This framework assumes most people have an aversion to risk and that penalties (such as a large fine) therefore have a deterrent effect.

The problem is humans aren’t necessarily rational. Driven by feelings rather than cognitive assessments, most of us inaccurately assess probabilities. Behavioural research suggests 80% of us are prone to optimism bias when assessing personal risk. We tend to underestimate the likelihood of experiencing bad events such as divorce, being in a car accident, contracting a disease or getting caught breaking the rules.

While it’s impossible to know the motivations of the more than 20,000 Victorians so far fined for breaking lockdown rules, the anecdotal evidence suggests most have simply underestimated the chance of being caught, such as breaking the 5 km travel limit to buy a PlayStation controller, or curfew to buy cigarettes.

The limits of perception

Yet as the Victorian government moves to relax its restrictions, its main solution to ensuring adherence to the more complicated rules for “COVID-normal” social interactions appears to be increasing penalties for breaches. The fine for breaching social gathering restrictions, for example, has been increased from A$1,652 to A$4,957.

While these will have some effect, research suggests “deterrence perceptions” depend on an individual’s pre-existing “crime propensity”. That is, most people have no inclination to commit crimes like theft, vandalism and assault, so “deterrence perceptions are largely irrelevant”.

This make Victoria’s next stage of norm-enforcement highly problematic, given behaviour now outlawed isn’t criminal per se, but what used to be normal socialising. As questions asked at Victorian premier Danial Andrew’s press conference on Sunday indicate, there’s a much greater likelihood of confusion about rules – and therefore breaches.

Encouraging intrinsic motivation

The big question is how to move beyond external (or extrinsic) incentives and encourage intrinsic motivations. According to psychologists Richard Ryan and Edward Deci, who studied extrinsic and intrinsic motivations in school students:

Because extrinsically motivated behaviours are not inherently interesting and thus must initially be externally prompted, the primary reason people are likely to be willing to do the behaviours is that they are valued by significant others to whom they feel (or would like to feel) connected, whether that be a family, a peer group, or a society.

Economists Raymond Fisman and Edwards Miguel illustrate the power of non-punitive “nudges” to encourage these motivators in their book Economic Gangsters (2010). A classic example comes from Bogota, the capital of Columbia, where in the 1990s new mayor Antanas Mockus decided to tackle crime and problems such as traffic fatalities using “cultural persuasion” rather than more law enforcement.

Rather than employing more police to patrol the roads, the city instead employed hundreds of mime artists to mimick and ridicule drivers and pedestrians doing the wrong thing. As Mockus explained:

The idea was that instead of cops handing out tickets and pocketing fines, these performers would “police” drivers’ behaviour by communicating with mime – for instance, pretending to be hurt or offended when a vehicle ignored the pedestrian right of way in a crosswalk. Could this system, which boiled down to publicly signalled approval or disapproval, really work?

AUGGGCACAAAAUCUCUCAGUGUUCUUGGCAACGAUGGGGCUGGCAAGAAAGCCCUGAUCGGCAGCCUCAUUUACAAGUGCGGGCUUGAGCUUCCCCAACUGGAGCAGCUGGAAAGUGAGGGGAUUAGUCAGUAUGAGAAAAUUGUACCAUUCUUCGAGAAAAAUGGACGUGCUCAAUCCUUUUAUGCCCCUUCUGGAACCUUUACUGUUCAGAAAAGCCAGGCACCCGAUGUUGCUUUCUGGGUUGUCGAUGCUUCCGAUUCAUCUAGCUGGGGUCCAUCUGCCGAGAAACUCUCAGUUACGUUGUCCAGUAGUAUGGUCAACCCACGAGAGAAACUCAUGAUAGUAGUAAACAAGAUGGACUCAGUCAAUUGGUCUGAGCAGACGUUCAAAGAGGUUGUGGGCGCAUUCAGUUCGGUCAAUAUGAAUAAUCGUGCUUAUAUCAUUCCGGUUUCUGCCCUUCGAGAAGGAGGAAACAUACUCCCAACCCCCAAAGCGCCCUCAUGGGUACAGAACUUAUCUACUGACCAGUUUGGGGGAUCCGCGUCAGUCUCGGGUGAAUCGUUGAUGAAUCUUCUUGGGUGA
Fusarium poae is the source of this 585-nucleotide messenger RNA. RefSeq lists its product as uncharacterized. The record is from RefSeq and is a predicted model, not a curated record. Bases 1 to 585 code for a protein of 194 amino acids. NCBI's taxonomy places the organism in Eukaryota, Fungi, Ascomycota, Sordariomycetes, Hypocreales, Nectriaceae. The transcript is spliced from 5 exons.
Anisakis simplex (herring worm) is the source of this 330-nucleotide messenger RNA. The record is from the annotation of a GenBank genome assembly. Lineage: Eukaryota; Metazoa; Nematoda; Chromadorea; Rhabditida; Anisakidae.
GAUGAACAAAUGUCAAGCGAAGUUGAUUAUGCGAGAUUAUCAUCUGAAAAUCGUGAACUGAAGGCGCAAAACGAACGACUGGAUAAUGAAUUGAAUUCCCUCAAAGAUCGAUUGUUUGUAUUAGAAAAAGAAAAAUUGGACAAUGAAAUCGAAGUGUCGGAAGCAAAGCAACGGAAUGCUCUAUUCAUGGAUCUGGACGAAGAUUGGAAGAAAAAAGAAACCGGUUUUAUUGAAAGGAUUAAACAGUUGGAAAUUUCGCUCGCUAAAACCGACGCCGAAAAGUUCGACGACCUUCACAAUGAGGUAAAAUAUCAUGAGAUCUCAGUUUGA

The evidence is it did. Within a decade traffic deaths were halved. Other novel strategies helped cut Bogota’s homicide rate by 70%.

Finding a new normal

These are obviously long-term results. They don’t provide a perfect template for governments seeking immediate society-wide adherence to new COVID-safe behavioural norms. There are no easy solutions, particularly given a small segment of the population is convinced flouting the rules is a noble stand against tyranny.




Read more:
Melbourne is almost out of lockdown. It’s time to trust Melburnians to make their own COVID-safe decisions


But with Victorian courts already facing a huge backlog of unpaid or contested fines, and the high likelihood we will need to practice “COVID-safe” behavioural norms for at least a year, it’s time to start thinking about other ways to promote social cooperation other than the long arm of the law.The Conversation

Meg Elkins, Senior Lecturer with School of Economics, Finance and Marketing, RMIT University and Robert Hoffmann, Professor of Economics and Chair of Behavioural Business Lab, RMIT University

This article is republished from The Conversation under a Creative Commons license. Read the original article.

As holidaymakers arrive, what does COVID-19 mean for rural health services?


Timothy Baker, Deakin University and Cameron Knott, University of Melbourne

At the start of the pandemic, health services in regional cities and small towns braced for a tsunami of cases. Many worried the patient transport system between hospitals would fail, and each hospital would be left to fend for itself. Small hospitals planned makeshift intensive care departments with improvised long-term ventilators. And health-care teams drilled themselves in how they would manage a COVID-positive patient who was deteriorating.

Fortunately, in Australia, these dire predictions were wrong (at least for now). But they could have been right. Rural areas are not immune to COVID-19. In the United States, the current rural infection rate is higher than has ever been recorded in metropolitan areas. A Louisiana hospital described exactly the makeshift intensive care scenario we feared in Australia. Rural patients are more vulnerable too, as the community is older with more chronic health problems.